Achieve Implant Placement According to Plan With Yomi® Robot-Assisted Surgery
Patients afraid of robots taking over the world do not have to be scared of Yomi®, the first robotic guidance system for dentistry.
Scott Bolding, DDS, MS, FACS, has integrated Yomi by Neocis into his oral and maxillofacial surgery specialty clinics in Arkansas and Florida and explains that the technology simply provides guidance, but that he, as the surgeon, is always in control.
"Yomi is a game changer in the dental industry," says Bolding, whose specialties include temporomandibular joint and orthognathic surgeries, bone grafting, and dental implants. "It allows me to place dental implants much more precisely than I ever have via freehand or even with static guides. The technology continues to improve monthly, and Neocis provides first-class service at a medical grade level that I have not seen with other dental companies."
Yomi provides clinicians with guidance through the use of haptic robotic technology and multisensory feedback to achieve the right location, angulation, and depth to place the implant according to plan, the company says.
"The evolution of digital technology in the past two decades, when combined with developments in the art and science of dentistry, is revolutionizing treatment options and predictability for patients," says Bolding, who for the past 30 years has consulted with hospitals, physicians, and other dentists on various ways to deliver better systems to improve the quality of healthcare. "Today, we can have a complete visual understanding of the outcome before we ever treat the patient."
Using a simple digital workflow, Yomi provides both real-time visual and robotic haptic guidance, according to the manufacturer. The system provides physical cues that guide the dental surgeon to the precise angulation and location for the planned osteotomy. Once the handpiece is in position, Yomi securely maintains its trajectory, preventing unintended deviation from the treatment plan. Should the patient move, Yomi tracks and follows patient motion. When the drill bit reaches planned depth, Yomi provides the dental surgeon a physical "hard stop."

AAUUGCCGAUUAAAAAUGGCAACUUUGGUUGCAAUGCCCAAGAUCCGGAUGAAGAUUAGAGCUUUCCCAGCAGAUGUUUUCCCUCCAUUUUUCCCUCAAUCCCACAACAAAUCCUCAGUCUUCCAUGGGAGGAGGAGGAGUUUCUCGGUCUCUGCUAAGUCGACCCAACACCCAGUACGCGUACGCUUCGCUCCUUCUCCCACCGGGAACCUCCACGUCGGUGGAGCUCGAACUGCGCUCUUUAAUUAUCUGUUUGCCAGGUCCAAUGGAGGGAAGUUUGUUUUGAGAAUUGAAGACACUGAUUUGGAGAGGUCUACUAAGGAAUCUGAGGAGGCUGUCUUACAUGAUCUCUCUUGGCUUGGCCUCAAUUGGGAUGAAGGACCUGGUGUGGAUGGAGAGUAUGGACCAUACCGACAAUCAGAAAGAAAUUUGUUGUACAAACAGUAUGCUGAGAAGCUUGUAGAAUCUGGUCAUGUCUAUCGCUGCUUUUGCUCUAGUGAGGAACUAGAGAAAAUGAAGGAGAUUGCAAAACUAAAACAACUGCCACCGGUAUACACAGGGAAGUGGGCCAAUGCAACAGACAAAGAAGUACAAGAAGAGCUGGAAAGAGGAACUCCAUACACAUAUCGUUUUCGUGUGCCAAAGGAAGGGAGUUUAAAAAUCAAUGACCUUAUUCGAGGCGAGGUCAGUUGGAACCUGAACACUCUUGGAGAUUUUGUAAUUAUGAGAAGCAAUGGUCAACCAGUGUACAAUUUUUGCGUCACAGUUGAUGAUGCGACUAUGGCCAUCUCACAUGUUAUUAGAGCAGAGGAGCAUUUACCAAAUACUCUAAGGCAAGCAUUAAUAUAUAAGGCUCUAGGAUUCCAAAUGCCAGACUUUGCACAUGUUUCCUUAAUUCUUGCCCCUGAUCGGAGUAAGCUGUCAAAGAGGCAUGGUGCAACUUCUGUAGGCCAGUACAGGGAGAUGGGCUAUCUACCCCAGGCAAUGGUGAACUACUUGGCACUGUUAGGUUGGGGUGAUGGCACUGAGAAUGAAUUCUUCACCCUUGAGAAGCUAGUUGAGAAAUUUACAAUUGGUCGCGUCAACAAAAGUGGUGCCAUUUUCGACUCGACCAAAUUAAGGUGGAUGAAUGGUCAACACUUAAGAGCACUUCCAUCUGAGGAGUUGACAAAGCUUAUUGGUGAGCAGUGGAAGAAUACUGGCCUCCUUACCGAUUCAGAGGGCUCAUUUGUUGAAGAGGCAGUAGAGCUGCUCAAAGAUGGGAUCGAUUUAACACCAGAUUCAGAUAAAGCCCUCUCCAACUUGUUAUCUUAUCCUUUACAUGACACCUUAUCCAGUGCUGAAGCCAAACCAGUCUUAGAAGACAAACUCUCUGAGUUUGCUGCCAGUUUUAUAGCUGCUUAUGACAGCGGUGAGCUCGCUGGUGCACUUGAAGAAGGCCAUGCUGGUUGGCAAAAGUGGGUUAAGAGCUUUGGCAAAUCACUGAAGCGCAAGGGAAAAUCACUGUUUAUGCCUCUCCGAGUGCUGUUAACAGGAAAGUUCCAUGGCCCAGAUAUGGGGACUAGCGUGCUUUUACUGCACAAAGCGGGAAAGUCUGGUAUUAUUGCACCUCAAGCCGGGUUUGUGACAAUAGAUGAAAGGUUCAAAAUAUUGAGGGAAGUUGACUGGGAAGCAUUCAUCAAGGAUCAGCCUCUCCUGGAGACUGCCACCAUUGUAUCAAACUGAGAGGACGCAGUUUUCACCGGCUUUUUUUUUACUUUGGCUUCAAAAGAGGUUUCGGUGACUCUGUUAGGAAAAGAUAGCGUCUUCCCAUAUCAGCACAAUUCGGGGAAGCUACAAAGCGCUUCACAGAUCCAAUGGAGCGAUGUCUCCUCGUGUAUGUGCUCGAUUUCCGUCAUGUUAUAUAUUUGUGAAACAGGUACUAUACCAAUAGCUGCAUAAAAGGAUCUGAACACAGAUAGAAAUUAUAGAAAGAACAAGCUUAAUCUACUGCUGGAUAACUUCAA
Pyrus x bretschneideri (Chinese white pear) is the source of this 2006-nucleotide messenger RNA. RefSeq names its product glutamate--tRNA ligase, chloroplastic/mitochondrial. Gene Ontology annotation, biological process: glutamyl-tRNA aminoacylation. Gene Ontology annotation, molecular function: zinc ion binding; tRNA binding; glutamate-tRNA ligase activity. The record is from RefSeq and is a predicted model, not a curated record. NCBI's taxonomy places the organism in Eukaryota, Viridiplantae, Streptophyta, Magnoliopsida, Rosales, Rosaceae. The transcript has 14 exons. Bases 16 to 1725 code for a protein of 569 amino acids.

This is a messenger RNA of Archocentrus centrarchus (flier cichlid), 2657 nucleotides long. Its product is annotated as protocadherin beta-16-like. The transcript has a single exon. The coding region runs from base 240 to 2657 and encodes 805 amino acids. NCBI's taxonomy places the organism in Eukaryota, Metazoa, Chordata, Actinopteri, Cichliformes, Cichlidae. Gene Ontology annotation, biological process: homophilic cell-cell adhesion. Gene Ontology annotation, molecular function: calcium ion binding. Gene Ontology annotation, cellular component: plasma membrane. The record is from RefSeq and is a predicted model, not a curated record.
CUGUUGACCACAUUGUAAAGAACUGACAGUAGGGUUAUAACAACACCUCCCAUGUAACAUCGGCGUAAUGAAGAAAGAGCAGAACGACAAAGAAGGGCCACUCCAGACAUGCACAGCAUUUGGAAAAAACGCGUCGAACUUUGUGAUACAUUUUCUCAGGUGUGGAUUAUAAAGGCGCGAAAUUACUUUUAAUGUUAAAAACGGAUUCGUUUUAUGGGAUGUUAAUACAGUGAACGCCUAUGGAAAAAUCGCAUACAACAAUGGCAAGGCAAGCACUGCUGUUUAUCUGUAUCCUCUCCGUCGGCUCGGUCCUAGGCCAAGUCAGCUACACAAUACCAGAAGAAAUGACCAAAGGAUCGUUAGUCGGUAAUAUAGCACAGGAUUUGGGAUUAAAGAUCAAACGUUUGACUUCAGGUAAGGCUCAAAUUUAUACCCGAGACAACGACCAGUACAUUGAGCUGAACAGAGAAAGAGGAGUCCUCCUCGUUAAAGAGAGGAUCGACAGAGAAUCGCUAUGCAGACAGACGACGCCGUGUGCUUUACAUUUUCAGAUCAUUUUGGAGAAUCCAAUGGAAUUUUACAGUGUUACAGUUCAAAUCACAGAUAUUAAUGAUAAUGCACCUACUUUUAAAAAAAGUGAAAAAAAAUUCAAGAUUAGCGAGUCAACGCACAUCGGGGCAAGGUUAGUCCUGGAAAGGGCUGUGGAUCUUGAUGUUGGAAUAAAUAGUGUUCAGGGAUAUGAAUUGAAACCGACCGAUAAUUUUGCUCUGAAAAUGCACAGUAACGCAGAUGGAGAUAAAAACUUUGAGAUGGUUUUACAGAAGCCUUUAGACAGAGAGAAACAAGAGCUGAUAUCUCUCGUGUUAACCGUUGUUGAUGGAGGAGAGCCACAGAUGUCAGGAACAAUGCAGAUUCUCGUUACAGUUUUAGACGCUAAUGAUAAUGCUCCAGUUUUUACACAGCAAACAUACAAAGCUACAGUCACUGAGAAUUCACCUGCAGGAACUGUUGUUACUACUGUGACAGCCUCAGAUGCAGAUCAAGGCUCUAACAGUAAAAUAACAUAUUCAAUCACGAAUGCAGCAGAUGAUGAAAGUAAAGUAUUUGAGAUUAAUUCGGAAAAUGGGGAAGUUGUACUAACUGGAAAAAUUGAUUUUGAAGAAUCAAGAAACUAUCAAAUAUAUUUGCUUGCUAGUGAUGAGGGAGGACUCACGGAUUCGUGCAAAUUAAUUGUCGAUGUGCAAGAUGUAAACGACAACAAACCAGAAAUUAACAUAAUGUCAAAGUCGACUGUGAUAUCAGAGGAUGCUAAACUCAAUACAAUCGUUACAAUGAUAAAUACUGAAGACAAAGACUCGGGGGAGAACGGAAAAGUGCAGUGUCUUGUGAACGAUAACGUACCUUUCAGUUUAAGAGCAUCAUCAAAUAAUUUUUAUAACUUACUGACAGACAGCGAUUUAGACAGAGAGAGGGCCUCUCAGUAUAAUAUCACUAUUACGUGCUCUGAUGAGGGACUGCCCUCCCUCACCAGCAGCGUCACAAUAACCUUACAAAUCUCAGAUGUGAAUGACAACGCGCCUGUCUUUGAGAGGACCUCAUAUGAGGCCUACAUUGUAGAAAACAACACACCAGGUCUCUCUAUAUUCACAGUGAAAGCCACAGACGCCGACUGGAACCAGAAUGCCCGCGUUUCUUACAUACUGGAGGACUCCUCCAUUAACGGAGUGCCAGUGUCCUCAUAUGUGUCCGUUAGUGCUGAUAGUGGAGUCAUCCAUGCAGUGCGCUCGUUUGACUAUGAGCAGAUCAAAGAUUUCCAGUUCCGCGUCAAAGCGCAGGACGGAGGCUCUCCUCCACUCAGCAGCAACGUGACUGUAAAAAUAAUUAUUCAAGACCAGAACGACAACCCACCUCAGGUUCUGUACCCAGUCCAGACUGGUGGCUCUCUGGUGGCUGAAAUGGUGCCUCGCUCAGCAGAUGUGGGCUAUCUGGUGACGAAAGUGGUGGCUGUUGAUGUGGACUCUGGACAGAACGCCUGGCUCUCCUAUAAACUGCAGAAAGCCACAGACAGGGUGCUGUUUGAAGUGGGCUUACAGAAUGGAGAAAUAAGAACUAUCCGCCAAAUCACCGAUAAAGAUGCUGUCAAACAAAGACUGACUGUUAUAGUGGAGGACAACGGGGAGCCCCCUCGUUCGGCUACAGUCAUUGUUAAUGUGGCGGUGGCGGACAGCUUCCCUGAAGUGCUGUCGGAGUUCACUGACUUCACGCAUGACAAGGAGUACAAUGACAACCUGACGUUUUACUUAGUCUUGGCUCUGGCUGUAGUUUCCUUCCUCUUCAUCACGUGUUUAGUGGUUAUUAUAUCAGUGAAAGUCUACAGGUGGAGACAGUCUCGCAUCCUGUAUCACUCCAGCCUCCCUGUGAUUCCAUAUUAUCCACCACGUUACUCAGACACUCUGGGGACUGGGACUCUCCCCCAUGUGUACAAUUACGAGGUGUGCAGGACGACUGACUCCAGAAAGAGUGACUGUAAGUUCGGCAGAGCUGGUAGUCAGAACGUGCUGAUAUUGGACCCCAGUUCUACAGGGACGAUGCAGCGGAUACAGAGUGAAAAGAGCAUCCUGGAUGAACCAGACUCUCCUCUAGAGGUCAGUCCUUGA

"Patients absolutely love it," Bolding says, adding that the system enables a minimally invasive approach that facilitates faster surgery and recovery and less pain overall for the patient. "We have patients that come to see us only because we have a robot. The robotic technology attracts the patients, and I have had tremendous positive feedback from them."
While using the robotic technology may seem intimidating at first, Bolding explains that Yomi is simply a solid safeguard against any possible deviation from the treatment plan. Moreover, Neocis offers comprehensive onboarding (a 90-day program) to all who purchase the system, and the company frequently updates training, provides numerous continuing education webinars, and holds Yomi community events.
"Our team was hesitant at first," he says. "However, now that we are using it on every case, it is part of our routine. I no longer place dental implants without Yomi. The staff knows it is a superior way to place implants, and now they cannot imagine not using it."
Bolding encourages his peers to embrace the use of robotic guidance for dental surgery. "I believe that robotics will continue to evolve and offer dentists even more precision than we have today. We have seen robotics in ophthalmology, orthopedic surgery, ENT, cardiovascular surgery, and many other professions. I'm excited to see what dentists will be able to do in the future."